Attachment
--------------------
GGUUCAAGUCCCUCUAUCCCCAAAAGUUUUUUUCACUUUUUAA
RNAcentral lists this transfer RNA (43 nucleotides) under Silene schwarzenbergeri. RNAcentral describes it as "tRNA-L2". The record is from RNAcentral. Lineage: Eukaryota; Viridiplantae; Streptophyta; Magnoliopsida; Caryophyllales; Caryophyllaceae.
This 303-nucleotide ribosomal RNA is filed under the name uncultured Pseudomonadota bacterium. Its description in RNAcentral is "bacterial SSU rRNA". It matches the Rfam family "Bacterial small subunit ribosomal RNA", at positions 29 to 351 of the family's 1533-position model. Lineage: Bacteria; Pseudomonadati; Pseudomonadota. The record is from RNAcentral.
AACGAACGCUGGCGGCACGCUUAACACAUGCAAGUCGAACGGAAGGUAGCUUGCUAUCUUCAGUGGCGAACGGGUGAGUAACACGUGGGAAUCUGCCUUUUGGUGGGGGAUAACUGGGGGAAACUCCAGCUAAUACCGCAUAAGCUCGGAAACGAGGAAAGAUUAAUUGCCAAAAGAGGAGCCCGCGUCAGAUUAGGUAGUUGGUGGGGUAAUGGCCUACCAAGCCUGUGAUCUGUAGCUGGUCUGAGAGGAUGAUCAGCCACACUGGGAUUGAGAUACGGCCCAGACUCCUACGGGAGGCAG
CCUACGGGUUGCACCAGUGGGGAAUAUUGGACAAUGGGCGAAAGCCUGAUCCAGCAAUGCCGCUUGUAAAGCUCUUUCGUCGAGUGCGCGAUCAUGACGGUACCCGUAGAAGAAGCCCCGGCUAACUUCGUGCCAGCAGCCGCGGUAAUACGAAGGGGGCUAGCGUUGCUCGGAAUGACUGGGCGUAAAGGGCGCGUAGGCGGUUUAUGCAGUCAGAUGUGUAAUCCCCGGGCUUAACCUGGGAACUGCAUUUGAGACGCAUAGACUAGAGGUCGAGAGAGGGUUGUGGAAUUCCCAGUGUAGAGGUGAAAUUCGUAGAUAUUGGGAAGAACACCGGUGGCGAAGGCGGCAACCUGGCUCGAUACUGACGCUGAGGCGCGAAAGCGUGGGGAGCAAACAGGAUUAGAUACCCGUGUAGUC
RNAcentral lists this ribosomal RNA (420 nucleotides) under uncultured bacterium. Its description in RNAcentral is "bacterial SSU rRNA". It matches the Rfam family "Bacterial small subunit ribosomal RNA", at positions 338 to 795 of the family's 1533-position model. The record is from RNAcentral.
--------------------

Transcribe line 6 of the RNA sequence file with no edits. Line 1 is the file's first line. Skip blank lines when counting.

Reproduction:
RNAcentral lists this ribosomal RNA (420 nucleotides) under uncultured bacterium. Its description in RNAcentral is "bacterial SSU rRNA". It matches the Rfam family "Bacterial small subunit ribosomal RNA", at positions 338 to 795 of the family's 1533-position model. The record is from RNAcentral.